Université de Strasbourg

Soft robotics

Metallopolymer-elastomer hybrids for light-driven soft robotics

USIAS Fellows: Matteo Mauro et Stéphane Bellemin-Laponnaz
Post-doc: Etienne Borré

Soft robotics is currently an emerging research field, due to the great potential application in surgery devices, mimicking skeleton-free organisms, artificial muscles, electro- and photo-active actuators, just to cite some examples. By means of actuators, one of the main advantages of “soft” compared to the “hard” robotics is that the former are much easier to adapt and are better at performing difficult movements or handling delicate objects. In order to achieve for example real-use artificial muscles, soft and highly anisotropically ordered materials are of fundamental importance.

One of the most powerful ways to achieve highly ordered systems is by means of supramolecular self-assembly. The main driving force in creating supramolecular structures consists of the ability of smaller and discrete entities to spontaneously arrange into more organized systems by means of information coded in their structures. Contrary to their noncovalent counterparts, systems based on covalent interactions can be reversible, can create highly ordered structure and can be sensitive to external stimuli, which in some cases can result into materials with fascinating adaptive properties.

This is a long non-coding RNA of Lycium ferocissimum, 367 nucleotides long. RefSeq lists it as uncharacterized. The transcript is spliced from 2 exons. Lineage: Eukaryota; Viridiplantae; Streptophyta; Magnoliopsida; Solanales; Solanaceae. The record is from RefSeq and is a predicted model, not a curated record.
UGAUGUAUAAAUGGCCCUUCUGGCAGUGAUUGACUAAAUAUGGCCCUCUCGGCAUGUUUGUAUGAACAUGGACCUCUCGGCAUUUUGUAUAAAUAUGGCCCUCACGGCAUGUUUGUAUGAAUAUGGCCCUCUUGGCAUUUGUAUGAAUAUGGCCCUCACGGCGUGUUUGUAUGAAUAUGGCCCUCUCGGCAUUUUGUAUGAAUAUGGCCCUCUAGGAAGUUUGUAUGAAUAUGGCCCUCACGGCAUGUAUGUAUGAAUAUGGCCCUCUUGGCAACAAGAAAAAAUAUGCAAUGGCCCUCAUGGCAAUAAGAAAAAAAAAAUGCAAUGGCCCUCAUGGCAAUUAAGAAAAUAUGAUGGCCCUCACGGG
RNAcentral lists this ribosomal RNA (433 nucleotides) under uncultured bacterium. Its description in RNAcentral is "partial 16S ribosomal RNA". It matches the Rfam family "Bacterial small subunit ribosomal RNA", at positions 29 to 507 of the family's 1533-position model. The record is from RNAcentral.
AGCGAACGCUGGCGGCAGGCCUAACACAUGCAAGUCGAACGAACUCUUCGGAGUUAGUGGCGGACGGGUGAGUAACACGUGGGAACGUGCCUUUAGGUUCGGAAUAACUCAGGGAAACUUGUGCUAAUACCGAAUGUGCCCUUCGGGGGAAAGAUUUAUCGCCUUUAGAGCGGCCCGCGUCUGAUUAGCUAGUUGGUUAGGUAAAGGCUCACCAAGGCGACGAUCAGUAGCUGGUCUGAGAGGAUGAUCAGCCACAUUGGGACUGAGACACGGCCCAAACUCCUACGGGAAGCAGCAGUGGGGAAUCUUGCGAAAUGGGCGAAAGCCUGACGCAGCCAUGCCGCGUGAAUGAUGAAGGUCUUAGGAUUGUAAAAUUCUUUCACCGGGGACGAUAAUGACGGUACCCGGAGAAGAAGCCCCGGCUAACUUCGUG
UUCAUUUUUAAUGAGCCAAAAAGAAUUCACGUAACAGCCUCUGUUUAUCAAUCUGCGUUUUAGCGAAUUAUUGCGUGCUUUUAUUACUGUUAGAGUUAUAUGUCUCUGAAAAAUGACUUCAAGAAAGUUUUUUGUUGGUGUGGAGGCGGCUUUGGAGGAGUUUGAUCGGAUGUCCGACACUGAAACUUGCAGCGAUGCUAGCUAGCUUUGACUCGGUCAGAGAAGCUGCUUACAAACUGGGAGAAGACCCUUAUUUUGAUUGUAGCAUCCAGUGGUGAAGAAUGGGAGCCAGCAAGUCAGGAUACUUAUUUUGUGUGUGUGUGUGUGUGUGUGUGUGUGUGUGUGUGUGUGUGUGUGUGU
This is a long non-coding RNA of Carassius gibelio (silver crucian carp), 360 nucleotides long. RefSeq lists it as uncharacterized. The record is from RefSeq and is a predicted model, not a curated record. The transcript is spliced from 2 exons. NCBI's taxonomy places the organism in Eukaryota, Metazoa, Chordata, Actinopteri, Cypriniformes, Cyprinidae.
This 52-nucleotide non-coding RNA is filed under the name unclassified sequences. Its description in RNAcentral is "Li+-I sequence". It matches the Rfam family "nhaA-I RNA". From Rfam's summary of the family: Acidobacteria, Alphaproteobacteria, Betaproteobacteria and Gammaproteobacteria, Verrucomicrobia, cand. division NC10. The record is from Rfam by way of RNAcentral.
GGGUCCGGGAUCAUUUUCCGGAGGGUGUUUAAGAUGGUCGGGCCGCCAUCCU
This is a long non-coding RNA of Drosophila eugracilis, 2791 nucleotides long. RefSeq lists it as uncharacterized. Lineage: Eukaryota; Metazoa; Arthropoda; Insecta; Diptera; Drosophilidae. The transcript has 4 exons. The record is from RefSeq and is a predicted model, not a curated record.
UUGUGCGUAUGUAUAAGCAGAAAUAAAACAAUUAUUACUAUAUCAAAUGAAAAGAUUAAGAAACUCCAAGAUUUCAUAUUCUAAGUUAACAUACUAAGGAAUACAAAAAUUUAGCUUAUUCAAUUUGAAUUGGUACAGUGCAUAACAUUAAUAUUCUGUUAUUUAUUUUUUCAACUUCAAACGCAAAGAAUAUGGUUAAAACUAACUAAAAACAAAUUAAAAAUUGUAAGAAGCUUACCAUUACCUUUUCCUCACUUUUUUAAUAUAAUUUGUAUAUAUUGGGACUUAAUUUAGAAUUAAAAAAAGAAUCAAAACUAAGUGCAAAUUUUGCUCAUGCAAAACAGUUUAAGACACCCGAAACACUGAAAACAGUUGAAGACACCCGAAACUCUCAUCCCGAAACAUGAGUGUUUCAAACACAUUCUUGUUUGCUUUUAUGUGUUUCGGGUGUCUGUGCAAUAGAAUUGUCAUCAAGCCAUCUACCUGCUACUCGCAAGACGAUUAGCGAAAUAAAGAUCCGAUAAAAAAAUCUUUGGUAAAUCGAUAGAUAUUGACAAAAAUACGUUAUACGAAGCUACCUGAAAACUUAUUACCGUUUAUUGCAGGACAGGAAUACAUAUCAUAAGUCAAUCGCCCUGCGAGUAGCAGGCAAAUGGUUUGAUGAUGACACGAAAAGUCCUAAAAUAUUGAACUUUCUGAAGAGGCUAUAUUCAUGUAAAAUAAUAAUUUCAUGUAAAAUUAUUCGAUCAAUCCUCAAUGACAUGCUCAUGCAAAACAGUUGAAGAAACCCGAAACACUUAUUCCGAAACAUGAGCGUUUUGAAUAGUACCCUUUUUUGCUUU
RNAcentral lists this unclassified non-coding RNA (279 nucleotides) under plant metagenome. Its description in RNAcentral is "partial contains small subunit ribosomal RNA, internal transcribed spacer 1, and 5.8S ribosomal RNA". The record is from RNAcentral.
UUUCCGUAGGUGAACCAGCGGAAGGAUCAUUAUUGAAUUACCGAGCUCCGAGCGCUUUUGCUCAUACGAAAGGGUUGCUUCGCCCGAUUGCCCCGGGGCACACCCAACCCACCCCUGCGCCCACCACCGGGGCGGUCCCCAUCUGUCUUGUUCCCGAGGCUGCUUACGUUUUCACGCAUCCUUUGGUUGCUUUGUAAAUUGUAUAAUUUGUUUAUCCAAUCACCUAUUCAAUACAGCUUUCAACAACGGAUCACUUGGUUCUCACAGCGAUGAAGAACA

The project aims to develop supramolecular functional materials in which the directional mechanical response, as consequence of anisotropic external stimuli and/or anisotropic internal organization, could produce much larger deformation and precise control of motion, thus yielding much more interesting properties, such as controllable 3D motion.
The concept that the project intends to develop would have fundamental impacts on the preparation of fast-response, light-driven, remote-controllable as well as wavelength and polarization selective, supramolecular actuators with important innovative potential applications in biomedicine, robotics, molecular electronic memory devices and photonics.


France 2030